Its banks boasted rich, black soil – what I called a plant equivalent of a chocolate bar.

Here the wild cucumber flourished. Leaves could be added to a salad, if picked when the plant had only a single stem. Later, it branched into several, and the leaves became rather tough.

The stalk could be used in salad as well, if it were thick enough. In the woods, the wild cucumber plant had a thin, fibrous stalk, but near this creek, the stem was as big around as my little finger. Cut into a salad, it added a juicy hint of cucumber taste.

We gathered wild plants from the time they first grew big enough in the spring to the late summer when we were better off harvesting our gardens. The woods and beaches, however, furnished many tasty dishes.

Quote: “The world owes you nothing. It was here first.” (Mark Twain)

Whether you are picking berries or building an online business, the road to success is very similar for either endeavor. Know what you want, set a goal, plan the steps to get there, and go for it…and don’t stop until you’ve reached success.

The most important part is to stick with your plan until you reach your goal.

Quote: “Those who contemplate the beauty of the earth find reserves of strength that will endure as long as life lasts”.

If you want to learn what my online company, Wealthy Affiliate, has to offer in the way of online business, go to my website, build2winaffiliates.com, and click on the first page where it says “Start Here.”

You will find all the information you need about this business opportunity to decide if you might have found a new home. Join me – we can journey together on the road to success.


Fran Kelso
In reply to Chimmhogevagreenesnr.If you live in Alaska, the plant book is a great help.  If you do not live here, you will find some plants that grow in your area, most likely, but you may not find many.  If you want a good plant guide, you might be better off finding one about your area.

As far as putting the video on your phone,  you might find that enjoyable.  I have one on there also about harvesting some other edible plants.  You might enjoy watching that one as well.  It’s the same title as this one — just leave off the “II”.

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Fran Kelso
In reply to edahnewton1.Watermelon berry, as with all wild edible plants, is higher in nutritional value than cultivated vegetables.  The plant is best used as a vegetable, and when eaten thus is very high in vitamins A and C, as are many wild edibles.  If you want to try making jelly with the berries, mix them with a little orange.  However, unless you need a laxative, eat in small amounts.

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Hey nice article you have there. Your thoughts and findings are indeed invaluable. Your story about pagook, is quite interesting. I must say I have learnt a whole lot from this article about wild edible plants. Nevertheless I would love to know some of the health benefits of watermelon berry and if it’s suitable for aged people?

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Hello there! this is amazing. I think I need to download that video on my phone so I can go over it again and also I will have to read your book “Plant Lore Of An Alaskan Island” as I know little or nothing about plants.

Thanks for sharing this post, those quotes are nothing to be compared with!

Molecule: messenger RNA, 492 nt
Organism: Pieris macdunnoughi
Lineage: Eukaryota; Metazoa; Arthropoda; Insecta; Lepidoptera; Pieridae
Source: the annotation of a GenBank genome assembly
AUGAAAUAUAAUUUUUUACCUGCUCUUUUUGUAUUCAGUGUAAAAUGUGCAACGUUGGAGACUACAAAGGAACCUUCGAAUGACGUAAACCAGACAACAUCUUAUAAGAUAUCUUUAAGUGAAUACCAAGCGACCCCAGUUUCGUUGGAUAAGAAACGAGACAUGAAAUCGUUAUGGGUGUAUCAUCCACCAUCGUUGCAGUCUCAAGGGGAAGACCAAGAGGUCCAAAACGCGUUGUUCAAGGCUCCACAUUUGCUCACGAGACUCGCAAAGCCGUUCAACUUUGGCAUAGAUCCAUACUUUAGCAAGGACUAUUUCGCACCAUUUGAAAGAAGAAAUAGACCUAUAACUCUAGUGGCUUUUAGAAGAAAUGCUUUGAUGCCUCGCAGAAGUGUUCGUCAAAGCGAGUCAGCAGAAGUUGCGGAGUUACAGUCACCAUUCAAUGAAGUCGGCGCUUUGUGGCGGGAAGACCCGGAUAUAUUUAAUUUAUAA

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Fran Kelso
In reply to Andy Zeus Anderson.Andy, so glad you enjoyed the video.  The salmonberry is very sweet and delicious.  I wish we had them here in Gustavus, but I haven’t found any.  We do have lots of nagoonberries, a little low-growing plant with a berry that is in the raspberry family.  They are quite excellent!  So are our wild strawberries, which are very numerous.  This place used to be called “Strawberry Point.”

Yes, I miss my foraging activities with my friends on Spruce Island.  At least I have 20 years of amazing memories to recall.

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Andy Zeus Anderson
I have never tried a SalmonBerry Fran but the hunt sounds delightful and the wildreness in Alaska is so rich in goodies as I am finding from your blog and video series. I must admit I have missed several of your post due to injury but love your style and presentation and your videos are always a treat. Thank you.

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2 thoughts on “Wild And Edible Plants II: Alaskan Treasures”

  1. Hello and thank you for the deliciously informative review.  I love to pick wild berries whenever I’m in the woods and they are in season.  My favourite berries are black berries.  Those salmon berries look delicious.  Are they similar to raspberries or blackberries or do they have their own distinct flavour?  

    I live in Atlantic Canada, but I did spend a several weeks working in the Northwest Territories.  I have always wanted to visit Alaska.  The scenery is breath taking and apparently there are tasty looking berries growing there.



    • Glad you liked the review.  We do not have blackberries here…they won’t grow this far north.

      A salmonberry looks a bit like a raspberry, but its flavor is not so tart.  They get quite big…bigger than the largest blackberries I’ve seen.  They are wonderful!

      Yes, there are lots of good berries here.  Where I am now (Gustavus) we have many wild strawberries, which will be ready soon.  We also have many more nagoonberries than I found in Kodiak.  Are you familiar with them?  They are raspberry family, but grow low to the ground, like strawberries.  They are quite good.

      You definitely should visit here — it is a beautiful place.